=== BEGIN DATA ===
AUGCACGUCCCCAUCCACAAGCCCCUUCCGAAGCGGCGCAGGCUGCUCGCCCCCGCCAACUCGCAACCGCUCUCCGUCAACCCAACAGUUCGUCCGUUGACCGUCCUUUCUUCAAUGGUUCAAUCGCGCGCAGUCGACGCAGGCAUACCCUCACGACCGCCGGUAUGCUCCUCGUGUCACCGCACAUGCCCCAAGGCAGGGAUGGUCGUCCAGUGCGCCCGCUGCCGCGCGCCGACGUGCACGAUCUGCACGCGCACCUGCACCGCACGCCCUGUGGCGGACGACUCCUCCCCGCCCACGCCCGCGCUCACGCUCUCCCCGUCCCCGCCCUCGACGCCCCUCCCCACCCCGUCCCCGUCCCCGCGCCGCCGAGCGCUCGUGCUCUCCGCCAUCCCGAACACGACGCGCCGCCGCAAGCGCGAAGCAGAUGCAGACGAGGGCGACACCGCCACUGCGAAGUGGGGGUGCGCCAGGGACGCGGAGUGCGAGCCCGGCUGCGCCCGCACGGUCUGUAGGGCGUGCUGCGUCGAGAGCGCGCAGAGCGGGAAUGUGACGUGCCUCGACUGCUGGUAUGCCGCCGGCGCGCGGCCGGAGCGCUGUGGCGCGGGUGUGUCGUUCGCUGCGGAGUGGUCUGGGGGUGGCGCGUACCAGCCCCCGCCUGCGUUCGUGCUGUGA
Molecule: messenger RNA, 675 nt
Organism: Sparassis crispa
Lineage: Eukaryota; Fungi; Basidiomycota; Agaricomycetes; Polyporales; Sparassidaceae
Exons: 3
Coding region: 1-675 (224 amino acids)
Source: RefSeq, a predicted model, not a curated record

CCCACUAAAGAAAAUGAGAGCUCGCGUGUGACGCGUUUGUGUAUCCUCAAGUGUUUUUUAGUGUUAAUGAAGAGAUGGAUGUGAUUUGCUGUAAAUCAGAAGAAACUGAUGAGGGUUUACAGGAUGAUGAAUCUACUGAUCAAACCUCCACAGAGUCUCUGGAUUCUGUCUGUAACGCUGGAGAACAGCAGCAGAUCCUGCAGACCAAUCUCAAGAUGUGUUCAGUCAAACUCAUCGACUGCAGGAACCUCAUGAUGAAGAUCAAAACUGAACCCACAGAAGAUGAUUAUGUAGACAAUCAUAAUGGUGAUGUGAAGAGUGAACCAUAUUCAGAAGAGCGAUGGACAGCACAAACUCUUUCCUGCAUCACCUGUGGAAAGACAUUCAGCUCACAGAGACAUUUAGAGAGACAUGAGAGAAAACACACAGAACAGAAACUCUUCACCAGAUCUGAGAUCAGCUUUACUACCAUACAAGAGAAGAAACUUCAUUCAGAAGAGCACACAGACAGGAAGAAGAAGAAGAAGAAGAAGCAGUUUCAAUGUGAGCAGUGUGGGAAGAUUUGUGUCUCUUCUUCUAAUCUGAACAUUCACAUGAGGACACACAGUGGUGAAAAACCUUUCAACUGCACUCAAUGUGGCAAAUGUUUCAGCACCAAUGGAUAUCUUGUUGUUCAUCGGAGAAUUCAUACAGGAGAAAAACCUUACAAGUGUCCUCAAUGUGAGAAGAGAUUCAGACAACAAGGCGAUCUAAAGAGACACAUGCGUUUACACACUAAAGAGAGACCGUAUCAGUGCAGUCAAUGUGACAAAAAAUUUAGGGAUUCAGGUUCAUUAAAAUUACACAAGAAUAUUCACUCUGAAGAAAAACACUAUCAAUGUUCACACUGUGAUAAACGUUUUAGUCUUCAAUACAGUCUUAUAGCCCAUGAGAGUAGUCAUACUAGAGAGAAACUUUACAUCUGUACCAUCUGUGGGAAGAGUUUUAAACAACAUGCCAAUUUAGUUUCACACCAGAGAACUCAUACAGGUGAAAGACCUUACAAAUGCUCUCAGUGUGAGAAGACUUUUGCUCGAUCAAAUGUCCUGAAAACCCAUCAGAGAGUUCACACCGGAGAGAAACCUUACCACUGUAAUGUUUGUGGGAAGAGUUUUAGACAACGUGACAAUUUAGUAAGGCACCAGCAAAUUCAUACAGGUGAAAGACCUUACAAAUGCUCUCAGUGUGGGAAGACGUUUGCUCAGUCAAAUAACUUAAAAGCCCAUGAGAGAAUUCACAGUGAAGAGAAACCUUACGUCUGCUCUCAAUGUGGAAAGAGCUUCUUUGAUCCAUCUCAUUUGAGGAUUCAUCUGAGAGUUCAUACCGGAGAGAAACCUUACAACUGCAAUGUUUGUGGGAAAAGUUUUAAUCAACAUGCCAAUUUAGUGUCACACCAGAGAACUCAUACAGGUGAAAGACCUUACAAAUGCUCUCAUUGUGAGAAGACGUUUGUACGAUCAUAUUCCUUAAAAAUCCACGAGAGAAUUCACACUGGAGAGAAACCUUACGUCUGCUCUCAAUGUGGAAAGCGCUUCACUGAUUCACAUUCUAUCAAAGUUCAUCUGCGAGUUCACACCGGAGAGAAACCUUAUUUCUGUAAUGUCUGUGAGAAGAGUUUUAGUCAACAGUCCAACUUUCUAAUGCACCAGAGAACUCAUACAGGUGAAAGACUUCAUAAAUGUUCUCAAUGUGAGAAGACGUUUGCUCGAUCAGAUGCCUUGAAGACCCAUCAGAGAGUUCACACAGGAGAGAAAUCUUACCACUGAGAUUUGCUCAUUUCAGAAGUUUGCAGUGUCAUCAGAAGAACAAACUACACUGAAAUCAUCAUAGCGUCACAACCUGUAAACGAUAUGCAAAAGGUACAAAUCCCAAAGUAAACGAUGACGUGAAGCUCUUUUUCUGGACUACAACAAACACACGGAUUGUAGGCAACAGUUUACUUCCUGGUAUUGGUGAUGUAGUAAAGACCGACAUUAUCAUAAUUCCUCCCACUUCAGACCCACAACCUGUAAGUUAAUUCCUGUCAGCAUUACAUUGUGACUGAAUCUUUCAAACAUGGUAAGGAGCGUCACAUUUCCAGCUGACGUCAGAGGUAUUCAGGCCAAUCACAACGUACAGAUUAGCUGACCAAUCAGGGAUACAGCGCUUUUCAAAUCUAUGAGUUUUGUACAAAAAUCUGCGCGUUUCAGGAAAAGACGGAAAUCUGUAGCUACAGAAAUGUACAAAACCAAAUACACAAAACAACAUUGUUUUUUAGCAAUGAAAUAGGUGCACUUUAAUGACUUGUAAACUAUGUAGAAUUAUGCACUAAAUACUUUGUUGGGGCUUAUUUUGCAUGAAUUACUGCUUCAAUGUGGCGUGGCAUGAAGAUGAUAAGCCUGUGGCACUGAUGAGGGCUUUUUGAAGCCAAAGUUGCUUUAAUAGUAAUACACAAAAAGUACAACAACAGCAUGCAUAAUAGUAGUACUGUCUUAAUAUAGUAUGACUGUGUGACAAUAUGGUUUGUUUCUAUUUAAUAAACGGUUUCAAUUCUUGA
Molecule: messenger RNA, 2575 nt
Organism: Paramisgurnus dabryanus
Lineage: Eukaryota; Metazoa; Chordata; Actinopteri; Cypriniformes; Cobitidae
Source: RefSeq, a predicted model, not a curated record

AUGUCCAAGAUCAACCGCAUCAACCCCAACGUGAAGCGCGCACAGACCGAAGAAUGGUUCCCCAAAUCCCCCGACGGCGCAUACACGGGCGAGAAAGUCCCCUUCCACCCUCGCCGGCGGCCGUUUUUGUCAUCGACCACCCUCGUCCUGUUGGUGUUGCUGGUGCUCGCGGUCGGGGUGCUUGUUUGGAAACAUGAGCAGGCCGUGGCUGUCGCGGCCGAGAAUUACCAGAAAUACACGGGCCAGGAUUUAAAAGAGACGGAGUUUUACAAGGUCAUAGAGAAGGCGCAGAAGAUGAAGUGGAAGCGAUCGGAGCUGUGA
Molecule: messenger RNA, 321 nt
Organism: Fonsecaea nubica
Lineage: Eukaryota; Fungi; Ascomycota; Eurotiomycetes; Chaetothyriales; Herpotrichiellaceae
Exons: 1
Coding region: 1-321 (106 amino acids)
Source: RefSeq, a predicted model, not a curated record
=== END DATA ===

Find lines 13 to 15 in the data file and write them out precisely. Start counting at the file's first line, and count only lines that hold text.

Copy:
AUGUCCAAGAUCAACCGCAUCAACCCCAACGUGAAGCGCGCACAGACCGAAGAAUGGUUCCCCAAAUCCCCCGACGGCGCAUACACGGGCGAGAAAGUCCCCUUCCACCCUCGCCGGCGGCCGUUUUUGUCAUCGACCACCCUCGUCCUGUUGGUGUUGCUGGUGCUCGCGGUCGGGGUGCUUGUUUGGAAACAUGAGCAGGCCGUGGCUGUCGCGGCCGAGAAUUACCAGAAAUACACGGGCCAGGAUUUAAAAGAGACGGAGUUUUACAAGGUCAUAGAGAAGGCGCAGAAGAUGAAGUGGAAGCGAUCGGAGCUGUGA
Molecule: messenger RNA, 321 nt
Organism: Fonsecaea nubica